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    Mic Test

    A post on the forum showed how to make an automated microphone test in Tractor last week.

    Recall Tractor is a standalone program used to drive QA401 (and QA450, etc) applications into working as one to automate testing.

    Although the above should work well in a production environment, if you just need to compare two microphones (and a known-good microphone versus a test unit) you can use the QA401 application.

    Below, we'll use the QA401 application standalone to graph the comparison between two microphones using the "MIC Compare To Reference" plugin.

    Configuration of the Hardware

    We'll start with the same hardware setup used in the forum post mentioned earlier. But here's the connection diagram again:

    In accordance with the forum post, a good acoustic environment is needed for testing.

    Essentially, you need a full-range speaker with your two microphones (one a known-good reference and another DUT mic) axially located in the far-field of the speaker.

    When your speaker is 6 inches in diameter, the far-field begins at roughly 5 times that diameter. That means you should position your mics at least 30 inches from the speaker.

    The mics should be centered horizontally and vertically along the speaker's axis.

    To begin this test, we will use two Earthworks M23R microphones. This is a fairly pricey (*US$650) reference mic that's tuned to be ruler flat by mic standards (+/- 0.5 dB).

    In the photo below, you can see the microphones are oriented 1 meter in front of the full-range speaker.

    Note that both mics are trying to measure the same "piece" of air. From the top, you can see this better. The mics are very close together.

    By using the MIC Compare To Reference plug-in, we are able to make a measurement with the hardware setup.

    Let's first reset the QA401 Analyzer software. As a result, we can start from scratch in terms of settings:

    Then bump up the FFT size to 32K by using the up/down buttons in the ACQ SETTINGS box:

    Using the Test Plugins menu option, select the "MIC CompareToReference" plugin:

    Set your plug-in settings similar to what is shown below:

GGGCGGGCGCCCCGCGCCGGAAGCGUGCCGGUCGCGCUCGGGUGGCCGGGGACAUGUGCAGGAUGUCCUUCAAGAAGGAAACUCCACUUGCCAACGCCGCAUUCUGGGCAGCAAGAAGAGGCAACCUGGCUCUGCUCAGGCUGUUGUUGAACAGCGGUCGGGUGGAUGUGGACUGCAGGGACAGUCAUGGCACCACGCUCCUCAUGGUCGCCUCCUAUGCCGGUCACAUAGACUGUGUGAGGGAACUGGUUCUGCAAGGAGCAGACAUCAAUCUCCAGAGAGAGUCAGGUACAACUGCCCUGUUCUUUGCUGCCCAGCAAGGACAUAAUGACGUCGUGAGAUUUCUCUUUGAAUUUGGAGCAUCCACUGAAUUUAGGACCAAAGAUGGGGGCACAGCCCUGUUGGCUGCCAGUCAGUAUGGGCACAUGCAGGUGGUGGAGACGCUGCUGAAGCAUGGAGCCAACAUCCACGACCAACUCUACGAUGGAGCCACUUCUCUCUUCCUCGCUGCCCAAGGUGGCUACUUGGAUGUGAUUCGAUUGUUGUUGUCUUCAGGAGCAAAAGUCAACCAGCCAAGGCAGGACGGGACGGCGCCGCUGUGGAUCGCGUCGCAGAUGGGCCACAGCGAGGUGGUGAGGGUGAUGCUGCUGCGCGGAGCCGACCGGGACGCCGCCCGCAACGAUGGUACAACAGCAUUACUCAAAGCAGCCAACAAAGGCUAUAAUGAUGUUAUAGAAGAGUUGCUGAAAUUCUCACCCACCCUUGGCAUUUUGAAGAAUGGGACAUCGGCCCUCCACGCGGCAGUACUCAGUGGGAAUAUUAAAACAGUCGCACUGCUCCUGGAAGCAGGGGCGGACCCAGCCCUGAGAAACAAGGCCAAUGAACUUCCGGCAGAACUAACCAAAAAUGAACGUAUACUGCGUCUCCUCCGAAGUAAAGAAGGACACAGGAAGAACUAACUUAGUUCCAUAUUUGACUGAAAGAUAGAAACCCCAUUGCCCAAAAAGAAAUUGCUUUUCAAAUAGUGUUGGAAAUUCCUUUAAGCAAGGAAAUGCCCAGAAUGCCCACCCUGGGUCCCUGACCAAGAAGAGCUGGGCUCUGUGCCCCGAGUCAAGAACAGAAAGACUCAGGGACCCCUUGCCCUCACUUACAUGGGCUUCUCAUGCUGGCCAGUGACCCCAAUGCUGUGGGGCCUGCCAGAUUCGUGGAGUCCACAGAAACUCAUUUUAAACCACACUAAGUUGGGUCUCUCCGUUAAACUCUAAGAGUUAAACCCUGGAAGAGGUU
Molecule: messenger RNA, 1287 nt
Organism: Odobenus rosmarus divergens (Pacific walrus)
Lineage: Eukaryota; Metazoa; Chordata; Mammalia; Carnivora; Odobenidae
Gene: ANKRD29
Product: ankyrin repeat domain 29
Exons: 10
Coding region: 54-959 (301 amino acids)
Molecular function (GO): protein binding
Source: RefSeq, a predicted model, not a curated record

The test should run and you should see a graph created by the plug-in with the result. With some axis adjustments, that result is shown below for the dual M23R:

    Let's analyze what we're seeing above. The first thing to notice is that one of the M23R mics appears about 0.4 dB "hotter" than the other. The factory cal data on the mics was 36.1 mV/Pa and 35.9 mV/Pa. This is a 0.05 dB discrepancy between the mics. Swapping the QA470 mic preamps (that is, swapping the mic XLR connectors going into the QA470) inverted the curve above.

    That is, instead of a few tenths below zero it shifted to a few tenths above zero. If the mic sensitivity were the same and the QA470 gains were different, then you'd expect the curve to stay the same. But since the curve is inverted, it suggests that the measured difference is coming from the mics. So what is going on?

    There are two calibrations provided with the mic. The first is from a Norsonic 1251. This is a sound level calibrator that generates a 114 dB SPL (+/- 0.2 dB) signal at 1 kHz. The mic is brought into tight contact with the calibrator, and sensitivity can be read. As indicated above, the near-field sensitivity difference between the mics is vanishingly small: just 0.05 dB.

    The second calibration is an "On-axis free-field frequency response." This is a graph that shows the free-field response presumably relative to the response measured by the calibrator.

    A zoom-in of the free-field calibration data for the two mics is shown below: In the plot above, notice the upper mic response at 1 kHz is nearly 3 "dots" above the 0 dB line. Let's say 2.9 dots.

    The lower mic response is nearly 4 "dots" above the 0 dB line. Each dot is roughly 0.6 dB, and so a 1 dot discrepancy would equate to about 0.6 dB. Thus, we can see from the supplied free-field calibration data that indeed there is a ~0.5 dB difference in the mics at 1 kHz and thus the measurement we're seeing is likely correct.